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Tag Archives: Star Wars Episode IV: A New Hope
I had a phase as a teenager where my musical tastes veered toward covers: punk rock versions of old standards, acoustic covers of hard rock classics, and even orchestral arrangements of Top 40 hits. The blend of the foreign and familiar appealed to me at a time when my taste in music was just beginning to expand. When an artist takes another’s work and puts their own spin on it, transforming what a song means or how it works at an emotional level by filtering it through a different lens, the end result can be both compelling and approachable.
The Force Awakens is, essentially, J.J. Abrams’s cover of A New Hope. That’s not a knock. It’s a superb cover, that hits the right notes while still creating something new, and it stands as a genuine achievement that’s all the more notable in light of the franchise’s prior missteps.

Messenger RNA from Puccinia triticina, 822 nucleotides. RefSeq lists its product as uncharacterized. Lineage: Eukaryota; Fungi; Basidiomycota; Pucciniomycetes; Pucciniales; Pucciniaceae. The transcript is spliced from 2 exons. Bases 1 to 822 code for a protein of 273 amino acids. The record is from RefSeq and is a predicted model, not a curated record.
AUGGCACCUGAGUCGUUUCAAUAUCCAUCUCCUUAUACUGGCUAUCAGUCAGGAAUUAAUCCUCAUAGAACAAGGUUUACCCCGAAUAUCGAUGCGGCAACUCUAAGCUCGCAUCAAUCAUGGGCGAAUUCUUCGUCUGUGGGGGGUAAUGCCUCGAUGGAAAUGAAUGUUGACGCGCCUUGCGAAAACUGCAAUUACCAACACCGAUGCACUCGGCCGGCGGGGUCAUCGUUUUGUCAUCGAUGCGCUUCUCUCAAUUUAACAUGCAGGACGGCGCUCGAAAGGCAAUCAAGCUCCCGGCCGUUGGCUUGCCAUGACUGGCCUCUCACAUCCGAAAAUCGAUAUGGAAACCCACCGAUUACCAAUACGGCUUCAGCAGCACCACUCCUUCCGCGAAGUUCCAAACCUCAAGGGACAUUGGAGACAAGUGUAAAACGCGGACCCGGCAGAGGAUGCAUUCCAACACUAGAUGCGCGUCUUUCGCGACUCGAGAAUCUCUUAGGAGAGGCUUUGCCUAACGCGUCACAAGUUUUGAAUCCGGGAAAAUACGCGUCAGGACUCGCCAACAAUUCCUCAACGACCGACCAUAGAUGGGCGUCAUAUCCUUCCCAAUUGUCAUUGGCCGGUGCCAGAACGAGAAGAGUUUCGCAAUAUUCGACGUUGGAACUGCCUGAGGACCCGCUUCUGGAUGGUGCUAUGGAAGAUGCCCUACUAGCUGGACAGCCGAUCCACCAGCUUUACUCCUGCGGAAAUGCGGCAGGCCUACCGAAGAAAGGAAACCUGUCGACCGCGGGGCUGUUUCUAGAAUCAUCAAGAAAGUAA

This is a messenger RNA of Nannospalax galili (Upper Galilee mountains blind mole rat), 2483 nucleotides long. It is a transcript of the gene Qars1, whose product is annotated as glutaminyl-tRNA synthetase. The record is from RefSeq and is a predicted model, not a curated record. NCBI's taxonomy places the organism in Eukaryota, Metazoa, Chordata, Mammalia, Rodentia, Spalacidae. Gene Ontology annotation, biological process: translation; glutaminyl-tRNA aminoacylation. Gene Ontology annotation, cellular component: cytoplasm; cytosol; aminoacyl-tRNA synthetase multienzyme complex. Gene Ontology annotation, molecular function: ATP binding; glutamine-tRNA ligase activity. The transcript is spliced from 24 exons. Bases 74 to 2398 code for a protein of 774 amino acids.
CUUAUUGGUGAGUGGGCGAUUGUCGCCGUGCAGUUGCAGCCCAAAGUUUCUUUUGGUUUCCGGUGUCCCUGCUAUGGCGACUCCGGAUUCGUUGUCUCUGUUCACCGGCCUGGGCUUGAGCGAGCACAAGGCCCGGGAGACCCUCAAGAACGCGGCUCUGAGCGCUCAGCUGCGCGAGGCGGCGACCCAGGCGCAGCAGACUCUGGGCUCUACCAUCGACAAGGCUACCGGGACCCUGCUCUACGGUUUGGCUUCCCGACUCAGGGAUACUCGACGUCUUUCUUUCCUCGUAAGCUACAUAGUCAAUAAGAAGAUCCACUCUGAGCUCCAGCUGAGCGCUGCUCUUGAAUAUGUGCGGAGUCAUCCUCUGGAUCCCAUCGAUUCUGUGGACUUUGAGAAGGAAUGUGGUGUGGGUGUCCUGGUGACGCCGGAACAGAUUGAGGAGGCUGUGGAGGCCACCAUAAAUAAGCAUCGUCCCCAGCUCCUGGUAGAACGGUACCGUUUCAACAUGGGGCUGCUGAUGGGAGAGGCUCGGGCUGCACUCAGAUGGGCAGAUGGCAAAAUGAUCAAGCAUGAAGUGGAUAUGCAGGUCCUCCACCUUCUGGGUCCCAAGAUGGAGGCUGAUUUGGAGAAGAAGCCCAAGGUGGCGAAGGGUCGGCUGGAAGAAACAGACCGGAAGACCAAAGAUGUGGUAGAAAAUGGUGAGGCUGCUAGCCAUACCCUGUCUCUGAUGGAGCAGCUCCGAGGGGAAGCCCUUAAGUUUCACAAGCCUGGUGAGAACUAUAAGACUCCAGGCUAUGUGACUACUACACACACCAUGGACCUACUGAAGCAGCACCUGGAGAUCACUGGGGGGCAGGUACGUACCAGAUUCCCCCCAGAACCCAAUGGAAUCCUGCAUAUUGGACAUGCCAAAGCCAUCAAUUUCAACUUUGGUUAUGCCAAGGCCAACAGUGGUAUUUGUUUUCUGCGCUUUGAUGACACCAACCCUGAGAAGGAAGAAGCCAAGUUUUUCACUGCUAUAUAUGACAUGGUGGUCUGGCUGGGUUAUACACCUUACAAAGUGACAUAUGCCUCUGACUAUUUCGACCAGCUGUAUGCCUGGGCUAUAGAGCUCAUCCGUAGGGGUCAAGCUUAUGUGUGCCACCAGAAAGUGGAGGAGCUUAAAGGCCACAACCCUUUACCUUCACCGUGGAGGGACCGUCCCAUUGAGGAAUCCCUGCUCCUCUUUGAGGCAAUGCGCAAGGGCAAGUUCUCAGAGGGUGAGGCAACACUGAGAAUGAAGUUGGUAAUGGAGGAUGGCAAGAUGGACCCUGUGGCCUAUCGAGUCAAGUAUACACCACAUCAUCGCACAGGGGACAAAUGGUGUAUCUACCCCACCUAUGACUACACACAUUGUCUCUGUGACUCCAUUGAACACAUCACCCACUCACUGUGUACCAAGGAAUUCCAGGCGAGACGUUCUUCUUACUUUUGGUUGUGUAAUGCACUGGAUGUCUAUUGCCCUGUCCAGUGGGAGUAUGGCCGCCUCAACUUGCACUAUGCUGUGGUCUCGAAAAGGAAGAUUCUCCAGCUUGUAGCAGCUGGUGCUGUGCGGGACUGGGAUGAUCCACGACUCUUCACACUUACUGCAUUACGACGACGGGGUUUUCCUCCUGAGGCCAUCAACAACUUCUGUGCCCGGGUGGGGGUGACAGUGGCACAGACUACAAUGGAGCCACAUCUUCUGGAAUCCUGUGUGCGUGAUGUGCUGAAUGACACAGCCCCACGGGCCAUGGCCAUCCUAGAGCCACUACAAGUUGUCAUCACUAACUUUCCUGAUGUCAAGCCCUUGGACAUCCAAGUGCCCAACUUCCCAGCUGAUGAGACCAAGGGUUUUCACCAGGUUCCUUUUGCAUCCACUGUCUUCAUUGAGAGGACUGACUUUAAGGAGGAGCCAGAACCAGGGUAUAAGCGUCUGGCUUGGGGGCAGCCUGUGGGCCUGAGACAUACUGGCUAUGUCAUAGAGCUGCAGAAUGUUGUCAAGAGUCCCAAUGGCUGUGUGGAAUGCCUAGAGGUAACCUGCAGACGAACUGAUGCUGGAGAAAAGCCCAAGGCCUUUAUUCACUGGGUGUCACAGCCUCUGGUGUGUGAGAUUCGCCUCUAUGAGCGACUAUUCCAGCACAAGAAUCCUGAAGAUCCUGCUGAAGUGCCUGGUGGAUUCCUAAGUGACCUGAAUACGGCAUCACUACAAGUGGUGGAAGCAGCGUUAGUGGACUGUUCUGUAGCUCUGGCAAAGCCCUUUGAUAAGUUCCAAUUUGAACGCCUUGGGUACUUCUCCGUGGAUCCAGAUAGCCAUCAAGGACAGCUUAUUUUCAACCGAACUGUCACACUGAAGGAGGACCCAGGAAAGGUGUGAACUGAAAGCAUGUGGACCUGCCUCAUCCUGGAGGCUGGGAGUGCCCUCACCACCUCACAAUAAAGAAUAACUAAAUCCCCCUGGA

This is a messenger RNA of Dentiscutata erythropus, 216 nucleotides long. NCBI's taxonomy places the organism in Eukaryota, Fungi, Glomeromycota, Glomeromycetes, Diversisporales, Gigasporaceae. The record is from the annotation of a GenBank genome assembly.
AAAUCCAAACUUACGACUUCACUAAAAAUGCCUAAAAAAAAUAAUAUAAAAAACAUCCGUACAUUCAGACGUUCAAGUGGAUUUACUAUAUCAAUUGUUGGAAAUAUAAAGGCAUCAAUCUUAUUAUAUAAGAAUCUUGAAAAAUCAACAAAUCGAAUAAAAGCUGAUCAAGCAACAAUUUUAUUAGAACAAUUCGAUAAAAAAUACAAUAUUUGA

Of all the memorable visual flourishes in the original Star Wars, there are two images that stand out. The first is arguably the most iconic — Luke Skywalker, gazing off at the horizon, as the twin suns set on Tatooine. It represents the promise of adventure, the enormous world that waits beyond the garden gate, and serves as the prelude to his epic journey.
But the second is much simpler. It’s Luke, Leia, and Han, arm-in-arm and filled with joy, as they celebrate their victory over the Empire back at the rebel base. That moment underlines their unlikely friendship, borne out of shared struggles and triumphs, and shows the film’s heart, clearly felt even in the midst of this grand adventure. That contrast is what Star Wars, at least in its original form, comes down to, and what makes the film still so salient and impressive nearly forty years after its release.